OF THE ORDER OF SERVANTS OF SAINT MARY


1. Forlì, renowned city of Romagna, was the birthplace
of blessed Peregrine. His father was a wise man, of the
illustrious and ancient house of Laziosi, a man richer in gifts
of the Spirit and virtues than in material goods.
Peregrine was the only child of his parents and
therefore tenderly loved by them. He had already decided
to put aside the vanities of this world in order to follow the
way of virtue and if he would keep to the right way during
life, death itself would be gain. He used to say that the condition
of this mortal life is illusory and vile.

2. Strengthened by this firm and holy decision, he
went one day to the Church of the Holy Cross. He remained
for a long time kneeling before the image of the Virgin
Mary. He then besought her to show him the way to his
salvation. Immediately the Blessed Virgin, adorned with
precious and festive clothing, appeared quite openly to him
and made this reply: “It is also my wish, my son, to direct
your steps along the way of salvation”.
Considering within himself this vision and these
words, he feared that, like an ingenuous dove, he might
have been deceived by the great deceiver and enemy of the
human race. Seeing him thus doubtful and dismayed, the
Virgin Mary spoke more gently still: “Do not fear, son, I am
indeed the Mother of him whom you adore crucified, and I
have been sent by him to show you the road of future happiness”.
Peregrine answered her in this way: “I am ready to
follow your commands, for in my heart I have always desired
above all other things that in no way would I turn
from your precepts. You therefore shall command, O
Queen; I shall promptly and willingly obey”. Then the glorious
Virgin said, “Do you know the religious called the friar
Servants of the Virgin Mary?”. Peregrine replied, “I recall
having heard many speak of them with great praise for their
Order and their holy life, but I do not know where they
live”. He said this because there was not yet a monastery of
the friar Servants of the Virgin Mary at Forlì. Immediately
the Virgin Mary replied, “You are called Peregrine. Therefore
you shall be a pilgrim in fact as well as name, for you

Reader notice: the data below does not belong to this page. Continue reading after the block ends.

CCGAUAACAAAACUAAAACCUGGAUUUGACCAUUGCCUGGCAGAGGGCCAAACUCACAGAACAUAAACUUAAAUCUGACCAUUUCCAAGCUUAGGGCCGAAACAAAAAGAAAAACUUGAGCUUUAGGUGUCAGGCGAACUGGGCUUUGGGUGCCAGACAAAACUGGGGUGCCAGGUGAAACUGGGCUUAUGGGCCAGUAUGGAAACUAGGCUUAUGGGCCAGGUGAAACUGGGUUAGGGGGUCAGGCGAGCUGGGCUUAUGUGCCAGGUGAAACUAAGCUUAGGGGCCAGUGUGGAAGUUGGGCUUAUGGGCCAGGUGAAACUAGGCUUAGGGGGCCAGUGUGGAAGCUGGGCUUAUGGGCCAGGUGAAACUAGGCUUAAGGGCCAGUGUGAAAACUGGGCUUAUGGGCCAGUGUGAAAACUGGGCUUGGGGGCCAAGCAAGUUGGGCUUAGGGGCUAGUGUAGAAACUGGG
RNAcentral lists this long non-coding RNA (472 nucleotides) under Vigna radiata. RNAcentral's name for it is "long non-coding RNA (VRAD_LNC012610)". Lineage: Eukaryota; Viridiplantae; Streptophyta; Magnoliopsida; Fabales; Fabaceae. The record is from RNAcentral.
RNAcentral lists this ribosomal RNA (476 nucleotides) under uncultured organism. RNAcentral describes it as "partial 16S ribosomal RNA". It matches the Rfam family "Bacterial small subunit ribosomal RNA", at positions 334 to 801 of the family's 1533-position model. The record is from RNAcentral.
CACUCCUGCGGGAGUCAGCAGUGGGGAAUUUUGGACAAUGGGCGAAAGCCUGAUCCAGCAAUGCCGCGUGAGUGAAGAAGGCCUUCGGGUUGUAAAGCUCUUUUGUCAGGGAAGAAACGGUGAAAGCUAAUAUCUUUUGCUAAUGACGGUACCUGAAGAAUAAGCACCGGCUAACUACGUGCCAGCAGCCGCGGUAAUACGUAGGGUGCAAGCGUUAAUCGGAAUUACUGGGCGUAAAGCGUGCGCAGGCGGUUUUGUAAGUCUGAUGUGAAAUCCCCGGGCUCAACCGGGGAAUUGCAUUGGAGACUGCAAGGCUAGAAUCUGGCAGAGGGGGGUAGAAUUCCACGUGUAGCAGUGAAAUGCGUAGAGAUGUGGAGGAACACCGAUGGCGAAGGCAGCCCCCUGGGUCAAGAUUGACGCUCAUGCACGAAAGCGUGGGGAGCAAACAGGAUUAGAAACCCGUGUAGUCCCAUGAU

must go to Siena. When you get there you will find those
holy men intent on prayer. Ask to be admitted among
them”.

3. When he had heard these things, Peregrine immediately
set out and, accompanied by an angel, went to
Siena. When he arrived at the monastery he immediately
knocked at the door. An old porter came out and asked
him, “Whom are you looking for?”. He added that it was
now the prescribed time of silence. When the porter had
thus spoken, Peregrine prostrated himself at the porter’s
feet, as if he were excessively tired. He humbly begged the
old man not to forbid him entrance, especially since he
wished to reveal some secrets to the prior. The porter then
let him in and at the end of the silence period brought him
to the prior. The prior looked him over carefully and inquired
where he was from. Peregrine replied, “I am from
Forlì”. The prior listened to Peregrine’s account and his decision;
then he and the friars who had gathered together
were easily persuaded to believe Peregrine was sent to them
by the Virgin Mary. They regarded the fact as a miracle of
the Virgin Mary, who often enlightens her faithful and with
great concern makes them sharers in happiness. Therefore
the friars willingly accepted Peregrine and invested him in
the holy habit of the Virgin Mary’s widowhood. As soon as
this was done, an amazing brilliance encircled his head as if